Two studies out of University of British Columbia show how high-seas fishing and shrimp trawling affect the oceans and humans
Vancouver – Two studies out of the University of British Columbia (UBC) show how sustainable fishing is critical now more than ever.
One of those studies, in fact, calls for an outright shutdown of all high-seas fisheries.
Rashid Sumaila, director of the UBC Fisheries Economics Research Unit, says fish and aquatic life living in the high seas are more valuable as a carbon sink than as food and should be better protected.
The study found that fish and aquatic life remove 1.5 billion tonnes of carbon dioxide form the atmosphere every year. The research team calculated the value of that service at US$148 billion.
That total dwarfs the US$16 billion paid for 10 million tonnes of fish caught on the high seas annually.
“Countries around the world are struggling to find cost effective ways to reduce their carbon emissions,” says Sumaila. “We’ve found that the high seas are a natural system that is doing a good job of it for free.”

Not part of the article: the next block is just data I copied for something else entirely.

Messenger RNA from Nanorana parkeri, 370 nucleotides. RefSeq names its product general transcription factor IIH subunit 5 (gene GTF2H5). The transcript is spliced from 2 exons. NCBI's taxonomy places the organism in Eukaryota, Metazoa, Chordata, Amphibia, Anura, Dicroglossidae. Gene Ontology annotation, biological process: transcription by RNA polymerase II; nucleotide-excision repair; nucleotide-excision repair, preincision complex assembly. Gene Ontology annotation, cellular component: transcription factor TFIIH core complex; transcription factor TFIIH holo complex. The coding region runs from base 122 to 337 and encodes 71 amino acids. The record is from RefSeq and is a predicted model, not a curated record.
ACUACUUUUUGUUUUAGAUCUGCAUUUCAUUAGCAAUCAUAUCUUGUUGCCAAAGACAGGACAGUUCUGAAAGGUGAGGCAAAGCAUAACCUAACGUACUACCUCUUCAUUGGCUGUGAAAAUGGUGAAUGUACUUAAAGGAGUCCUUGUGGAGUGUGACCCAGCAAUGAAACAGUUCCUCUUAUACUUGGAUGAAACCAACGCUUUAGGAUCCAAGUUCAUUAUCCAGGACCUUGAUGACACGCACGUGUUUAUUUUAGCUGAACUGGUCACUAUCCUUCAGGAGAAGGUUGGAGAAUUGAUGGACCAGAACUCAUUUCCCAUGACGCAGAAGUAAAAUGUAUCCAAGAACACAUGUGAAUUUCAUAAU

The report also argues that the high seas, which are defined as an area more than 200 nautical miles from any coast and outside of national jurisdiction, should be closed to all fishing as only one per cent of fish caught annually are exclusively found there.
Another researcher, Sarah Foster, who is also with UBC, says she tells family and friends not to eat shrimp or prawns unless they’re sustainably sourced.
Her reason? Most of the shrimp consumers eat are caught through trawling the bottom of the ocean. For every kilogram of tropical shrimp caught, 10 kilograms of other marine life is killed.
Foster describes the process as “clear cutting” the ocean floor, catching shrimp and everything else in its path. Some of the other catch or bycatch is sold, but most is turned into fish meal, fish oil for fertilizer and aquaculture practices. Many of these species could be sources of food for humans, but says Foster, reducing them to plant or animal feed redirects key protein sources away from the people who need it.
The total area of seabed that is trawled each year is nearly 150 times the area of forest that is clear cut.
Fish farming is not the best alternative, she adds. Most shrimp farming is as bad, if not worse, as bottom trawling. Shrimp ponds have destroyed thousands of kilometres of coastal habitats around the world, particularly mangroves, which serve as nurseries to many marine species and help buffer coastal communities from powerful storms. Shrimp farming also pollutes adjacent waters with chemicals and waste, and the salt from the ponds can turn productive land into a desert.
Fortunately in Canada most of the shrimp fisheries are considered to be ecologically sustainable with minimal bycatch. Consumers can also look for Oceans Wise shrimp, which will tell you if the shrimp you buy will harm the oceans they come from.
Photo from News.UBC.ca